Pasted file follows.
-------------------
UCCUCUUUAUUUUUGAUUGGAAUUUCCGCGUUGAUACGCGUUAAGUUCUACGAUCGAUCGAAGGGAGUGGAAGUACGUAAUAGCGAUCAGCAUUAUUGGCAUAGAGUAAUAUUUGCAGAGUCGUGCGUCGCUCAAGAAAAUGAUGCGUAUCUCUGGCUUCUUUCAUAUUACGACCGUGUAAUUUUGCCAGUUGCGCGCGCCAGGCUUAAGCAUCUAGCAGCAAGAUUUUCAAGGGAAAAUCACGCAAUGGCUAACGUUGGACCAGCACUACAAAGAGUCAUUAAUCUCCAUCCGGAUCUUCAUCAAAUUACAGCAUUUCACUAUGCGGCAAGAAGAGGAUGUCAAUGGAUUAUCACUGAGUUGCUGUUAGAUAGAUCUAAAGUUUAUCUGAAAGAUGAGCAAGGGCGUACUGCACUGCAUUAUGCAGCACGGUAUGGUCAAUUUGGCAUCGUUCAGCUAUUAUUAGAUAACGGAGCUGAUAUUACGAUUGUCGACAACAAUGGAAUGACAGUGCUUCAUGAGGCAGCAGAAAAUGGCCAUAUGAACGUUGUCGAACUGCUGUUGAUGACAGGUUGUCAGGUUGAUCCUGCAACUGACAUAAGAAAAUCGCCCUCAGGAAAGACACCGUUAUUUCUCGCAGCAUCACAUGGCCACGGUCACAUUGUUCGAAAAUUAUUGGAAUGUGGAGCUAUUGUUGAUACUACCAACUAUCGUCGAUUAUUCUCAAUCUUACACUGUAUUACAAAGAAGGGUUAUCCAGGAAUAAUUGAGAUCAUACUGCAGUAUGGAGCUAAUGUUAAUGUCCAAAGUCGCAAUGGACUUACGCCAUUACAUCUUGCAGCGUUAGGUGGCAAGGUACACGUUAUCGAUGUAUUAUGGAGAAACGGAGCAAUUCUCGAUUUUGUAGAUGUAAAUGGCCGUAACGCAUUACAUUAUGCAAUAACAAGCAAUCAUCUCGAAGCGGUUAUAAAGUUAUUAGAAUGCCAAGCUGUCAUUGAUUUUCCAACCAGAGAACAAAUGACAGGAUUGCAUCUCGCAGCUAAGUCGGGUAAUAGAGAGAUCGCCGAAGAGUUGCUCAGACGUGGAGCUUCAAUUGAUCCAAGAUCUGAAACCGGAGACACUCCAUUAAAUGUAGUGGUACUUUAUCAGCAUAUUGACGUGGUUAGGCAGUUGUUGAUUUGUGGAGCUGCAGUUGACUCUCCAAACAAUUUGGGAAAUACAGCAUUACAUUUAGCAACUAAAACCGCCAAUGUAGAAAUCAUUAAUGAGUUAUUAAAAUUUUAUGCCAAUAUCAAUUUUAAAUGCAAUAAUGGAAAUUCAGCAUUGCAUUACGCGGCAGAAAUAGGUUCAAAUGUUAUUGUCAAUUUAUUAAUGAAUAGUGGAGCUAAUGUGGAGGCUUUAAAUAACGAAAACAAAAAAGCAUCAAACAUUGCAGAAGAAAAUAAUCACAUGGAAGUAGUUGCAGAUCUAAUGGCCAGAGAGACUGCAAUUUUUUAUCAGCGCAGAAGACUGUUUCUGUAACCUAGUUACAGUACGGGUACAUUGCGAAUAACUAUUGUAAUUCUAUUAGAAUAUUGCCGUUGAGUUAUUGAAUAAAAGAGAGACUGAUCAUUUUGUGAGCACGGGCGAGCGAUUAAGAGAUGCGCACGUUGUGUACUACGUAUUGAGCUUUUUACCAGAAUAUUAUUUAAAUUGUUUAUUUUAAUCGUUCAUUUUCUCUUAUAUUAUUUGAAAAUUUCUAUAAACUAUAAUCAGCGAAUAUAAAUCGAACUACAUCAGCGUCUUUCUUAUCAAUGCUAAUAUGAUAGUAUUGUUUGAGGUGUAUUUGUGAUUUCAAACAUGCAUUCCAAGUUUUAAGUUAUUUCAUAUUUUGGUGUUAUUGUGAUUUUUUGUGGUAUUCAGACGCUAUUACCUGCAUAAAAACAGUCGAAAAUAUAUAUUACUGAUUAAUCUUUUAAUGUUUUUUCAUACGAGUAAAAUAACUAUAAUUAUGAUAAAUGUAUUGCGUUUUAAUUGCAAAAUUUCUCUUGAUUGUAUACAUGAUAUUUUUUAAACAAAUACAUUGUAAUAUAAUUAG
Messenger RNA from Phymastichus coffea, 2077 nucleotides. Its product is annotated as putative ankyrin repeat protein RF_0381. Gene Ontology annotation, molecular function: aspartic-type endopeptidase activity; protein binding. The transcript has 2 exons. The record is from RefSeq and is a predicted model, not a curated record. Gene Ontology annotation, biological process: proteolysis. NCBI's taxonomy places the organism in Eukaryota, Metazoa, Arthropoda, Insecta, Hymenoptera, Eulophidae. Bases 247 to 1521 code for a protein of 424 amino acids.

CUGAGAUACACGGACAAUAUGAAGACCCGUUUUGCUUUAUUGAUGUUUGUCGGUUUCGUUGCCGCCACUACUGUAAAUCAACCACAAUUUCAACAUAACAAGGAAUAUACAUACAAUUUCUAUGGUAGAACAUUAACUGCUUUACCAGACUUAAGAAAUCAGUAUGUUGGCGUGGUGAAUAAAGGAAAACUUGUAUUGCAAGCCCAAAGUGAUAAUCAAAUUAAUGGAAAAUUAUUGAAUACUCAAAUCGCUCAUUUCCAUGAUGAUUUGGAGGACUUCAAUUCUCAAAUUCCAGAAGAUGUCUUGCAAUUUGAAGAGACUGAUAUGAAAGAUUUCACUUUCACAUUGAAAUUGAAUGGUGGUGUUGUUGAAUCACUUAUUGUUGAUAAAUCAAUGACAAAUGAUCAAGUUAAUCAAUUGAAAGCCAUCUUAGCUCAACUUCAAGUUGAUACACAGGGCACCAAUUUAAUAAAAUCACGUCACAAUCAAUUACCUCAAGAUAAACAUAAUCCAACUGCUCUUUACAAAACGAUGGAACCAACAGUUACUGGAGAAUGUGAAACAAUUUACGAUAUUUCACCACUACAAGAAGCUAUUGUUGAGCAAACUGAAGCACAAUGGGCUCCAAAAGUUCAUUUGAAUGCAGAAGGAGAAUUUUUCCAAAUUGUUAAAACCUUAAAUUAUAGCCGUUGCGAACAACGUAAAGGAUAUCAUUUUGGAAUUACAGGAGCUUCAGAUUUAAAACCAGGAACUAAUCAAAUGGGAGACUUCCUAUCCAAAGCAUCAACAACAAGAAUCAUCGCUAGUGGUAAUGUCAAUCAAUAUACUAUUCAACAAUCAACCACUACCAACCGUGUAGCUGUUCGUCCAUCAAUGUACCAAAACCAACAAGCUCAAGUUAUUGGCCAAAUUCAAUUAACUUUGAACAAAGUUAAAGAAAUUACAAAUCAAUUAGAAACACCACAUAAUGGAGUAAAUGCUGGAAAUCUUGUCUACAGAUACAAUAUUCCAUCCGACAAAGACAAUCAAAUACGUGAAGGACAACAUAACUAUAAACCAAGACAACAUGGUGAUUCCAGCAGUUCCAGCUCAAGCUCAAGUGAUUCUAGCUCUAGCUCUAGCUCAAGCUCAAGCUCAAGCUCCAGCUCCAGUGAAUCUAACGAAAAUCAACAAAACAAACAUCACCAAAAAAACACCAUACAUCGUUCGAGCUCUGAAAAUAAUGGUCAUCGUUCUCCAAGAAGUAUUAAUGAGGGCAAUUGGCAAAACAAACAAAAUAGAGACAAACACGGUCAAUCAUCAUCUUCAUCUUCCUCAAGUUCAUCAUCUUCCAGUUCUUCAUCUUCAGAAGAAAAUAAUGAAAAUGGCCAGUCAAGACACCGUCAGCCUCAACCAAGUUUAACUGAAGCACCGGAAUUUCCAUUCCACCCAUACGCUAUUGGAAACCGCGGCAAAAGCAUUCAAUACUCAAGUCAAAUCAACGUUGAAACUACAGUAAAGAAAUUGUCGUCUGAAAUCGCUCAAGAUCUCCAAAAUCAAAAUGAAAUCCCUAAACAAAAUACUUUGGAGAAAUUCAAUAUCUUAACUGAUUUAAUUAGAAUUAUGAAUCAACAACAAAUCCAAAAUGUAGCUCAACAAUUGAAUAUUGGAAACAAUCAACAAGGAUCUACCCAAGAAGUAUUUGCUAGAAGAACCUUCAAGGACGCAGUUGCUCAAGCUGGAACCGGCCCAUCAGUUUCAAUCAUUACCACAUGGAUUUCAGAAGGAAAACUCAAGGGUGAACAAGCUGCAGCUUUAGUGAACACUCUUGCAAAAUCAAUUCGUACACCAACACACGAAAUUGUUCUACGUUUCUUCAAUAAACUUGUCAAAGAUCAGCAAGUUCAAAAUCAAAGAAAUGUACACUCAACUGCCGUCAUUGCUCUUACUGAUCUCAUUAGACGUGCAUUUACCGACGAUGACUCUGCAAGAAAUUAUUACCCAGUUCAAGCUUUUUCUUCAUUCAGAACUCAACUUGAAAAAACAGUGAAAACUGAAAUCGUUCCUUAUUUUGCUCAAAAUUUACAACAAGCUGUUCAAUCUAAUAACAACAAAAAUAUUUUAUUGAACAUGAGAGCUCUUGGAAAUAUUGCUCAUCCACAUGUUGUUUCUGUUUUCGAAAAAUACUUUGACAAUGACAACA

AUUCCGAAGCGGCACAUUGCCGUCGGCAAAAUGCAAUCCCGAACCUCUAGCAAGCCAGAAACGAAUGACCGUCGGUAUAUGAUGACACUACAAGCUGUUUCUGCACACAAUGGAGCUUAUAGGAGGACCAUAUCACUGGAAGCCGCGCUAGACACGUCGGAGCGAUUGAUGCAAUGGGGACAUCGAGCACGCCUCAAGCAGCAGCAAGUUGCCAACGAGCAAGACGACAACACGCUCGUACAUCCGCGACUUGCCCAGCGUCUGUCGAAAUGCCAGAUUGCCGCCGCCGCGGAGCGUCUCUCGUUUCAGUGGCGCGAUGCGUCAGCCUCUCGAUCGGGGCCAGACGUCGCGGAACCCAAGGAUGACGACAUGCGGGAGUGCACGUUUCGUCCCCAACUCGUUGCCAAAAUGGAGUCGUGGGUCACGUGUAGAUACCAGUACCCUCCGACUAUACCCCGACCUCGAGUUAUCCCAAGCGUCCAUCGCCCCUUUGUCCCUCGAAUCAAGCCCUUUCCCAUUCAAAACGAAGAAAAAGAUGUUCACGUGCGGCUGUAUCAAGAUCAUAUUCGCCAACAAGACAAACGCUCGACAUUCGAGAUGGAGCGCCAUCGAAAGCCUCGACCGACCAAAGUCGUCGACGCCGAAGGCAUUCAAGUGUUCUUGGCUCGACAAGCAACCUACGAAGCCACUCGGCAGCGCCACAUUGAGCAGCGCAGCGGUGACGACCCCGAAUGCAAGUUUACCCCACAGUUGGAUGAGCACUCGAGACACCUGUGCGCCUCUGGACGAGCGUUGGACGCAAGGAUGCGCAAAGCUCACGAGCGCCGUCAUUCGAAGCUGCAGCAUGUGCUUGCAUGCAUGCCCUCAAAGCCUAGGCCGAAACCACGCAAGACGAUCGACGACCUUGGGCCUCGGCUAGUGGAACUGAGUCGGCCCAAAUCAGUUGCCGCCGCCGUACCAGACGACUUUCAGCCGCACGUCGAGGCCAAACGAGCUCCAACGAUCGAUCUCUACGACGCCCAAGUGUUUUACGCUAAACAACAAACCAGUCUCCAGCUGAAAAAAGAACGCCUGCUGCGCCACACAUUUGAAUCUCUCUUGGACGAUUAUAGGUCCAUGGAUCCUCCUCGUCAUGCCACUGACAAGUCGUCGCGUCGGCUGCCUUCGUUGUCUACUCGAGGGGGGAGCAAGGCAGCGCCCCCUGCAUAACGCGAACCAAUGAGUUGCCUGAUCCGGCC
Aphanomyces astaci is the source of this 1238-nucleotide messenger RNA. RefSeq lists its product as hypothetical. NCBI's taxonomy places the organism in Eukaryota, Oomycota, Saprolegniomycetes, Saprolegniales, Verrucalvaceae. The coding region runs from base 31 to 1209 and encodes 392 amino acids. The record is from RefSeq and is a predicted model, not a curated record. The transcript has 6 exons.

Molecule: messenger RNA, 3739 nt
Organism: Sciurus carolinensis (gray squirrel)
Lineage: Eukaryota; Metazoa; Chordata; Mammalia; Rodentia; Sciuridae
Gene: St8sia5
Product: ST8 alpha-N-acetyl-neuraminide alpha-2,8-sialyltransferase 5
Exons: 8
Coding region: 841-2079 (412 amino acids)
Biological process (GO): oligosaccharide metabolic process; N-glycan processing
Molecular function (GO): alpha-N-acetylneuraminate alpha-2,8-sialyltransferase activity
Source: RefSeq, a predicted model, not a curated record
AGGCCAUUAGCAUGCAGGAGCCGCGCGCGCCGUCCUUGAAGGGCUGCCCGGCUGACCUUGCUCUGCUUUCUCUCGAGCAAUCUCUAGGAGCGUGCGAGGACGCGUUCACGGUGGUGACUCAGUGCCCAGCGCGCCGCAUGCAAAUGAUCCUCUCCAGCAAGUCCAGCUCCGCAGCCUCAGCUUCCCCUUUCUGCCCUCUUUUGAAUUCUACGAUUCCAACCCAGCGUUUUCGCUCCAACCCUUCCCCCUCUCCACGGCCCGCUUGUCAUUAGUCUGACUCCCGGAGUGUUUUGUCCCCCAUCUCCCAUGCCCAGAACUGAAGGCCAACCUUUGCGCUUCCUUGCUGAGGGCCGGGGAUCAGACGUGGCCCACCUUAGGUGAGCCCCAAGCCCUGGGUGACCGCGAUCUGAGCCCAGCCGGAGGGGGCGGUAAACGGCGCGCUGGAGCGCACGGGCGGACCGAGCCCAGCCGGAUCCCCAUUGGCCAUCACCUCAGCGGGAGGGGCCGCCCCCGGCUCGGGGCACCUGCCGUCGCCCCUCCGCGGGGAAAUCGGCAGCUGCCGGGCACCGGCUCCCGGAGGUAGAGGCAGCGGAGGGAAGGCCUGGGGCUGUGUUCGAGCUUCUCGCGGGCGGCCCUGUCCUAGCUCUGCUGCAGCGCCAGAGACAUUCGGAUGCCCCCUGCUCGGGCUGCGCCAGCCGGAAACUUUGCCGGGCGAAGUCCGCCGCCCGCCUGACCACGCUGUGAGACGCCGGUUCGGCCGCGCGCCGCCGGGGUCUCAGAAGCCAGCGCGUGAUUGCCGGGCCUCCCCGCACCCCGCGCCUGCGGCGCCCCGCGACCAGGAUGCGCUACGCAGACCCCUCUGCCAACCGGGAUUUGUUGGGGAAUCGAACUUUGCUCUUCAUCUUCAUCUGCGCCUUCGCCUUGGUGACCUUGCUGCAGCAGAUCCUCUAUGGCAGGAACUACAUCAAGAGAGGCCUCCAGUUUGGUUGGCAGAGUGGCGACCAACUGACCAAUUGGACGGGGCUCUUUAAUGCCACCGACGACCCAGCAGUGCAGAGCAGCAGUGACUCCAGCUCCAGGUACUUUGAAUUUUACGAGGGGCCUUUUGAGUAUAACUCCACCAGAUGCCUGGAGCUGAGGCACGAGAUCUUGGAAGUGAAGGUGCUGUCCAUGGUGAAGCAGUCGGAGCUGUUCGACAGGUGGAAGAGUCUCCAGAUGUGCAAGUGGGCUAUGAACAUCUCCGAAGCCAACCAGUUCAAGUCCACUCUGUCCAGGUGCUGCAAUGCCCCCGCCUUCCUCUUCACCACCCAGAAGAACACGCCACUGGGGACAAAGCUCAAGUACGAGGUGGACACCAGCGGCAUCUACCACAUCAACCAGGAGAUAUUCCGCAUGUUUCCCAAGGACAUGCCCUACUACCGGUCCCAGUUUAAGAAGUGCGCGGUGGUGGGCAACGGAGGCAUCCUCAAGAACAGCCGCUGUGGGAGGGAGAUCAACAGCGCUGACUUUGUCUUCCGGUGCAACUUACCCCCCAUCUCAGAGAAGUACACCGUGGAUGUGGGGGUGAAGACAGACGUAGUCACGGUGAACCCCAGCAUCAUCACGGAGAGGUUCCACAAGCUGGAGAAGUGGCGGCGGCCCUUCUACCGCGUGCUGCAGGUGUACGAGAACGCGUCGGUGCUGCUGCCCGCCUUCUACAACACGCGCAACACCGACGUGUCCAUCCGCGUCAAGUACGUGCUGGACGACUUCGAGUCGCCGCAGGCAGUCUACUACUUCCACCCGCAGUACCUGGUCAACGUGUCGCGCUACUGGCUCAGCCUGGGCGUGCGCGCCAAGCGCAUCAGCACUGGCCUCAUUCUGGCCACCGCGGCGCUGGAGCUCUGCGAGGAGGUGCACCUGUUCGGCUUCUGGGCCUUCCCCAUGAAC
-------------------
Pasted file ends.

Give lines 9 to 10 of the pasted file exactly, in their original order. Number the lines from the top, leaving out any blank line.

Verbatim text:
Gene: St8sia5
Product: ST8 alpha-N-acetyl-neuraminide alpha-2,8-sialyltransferase 5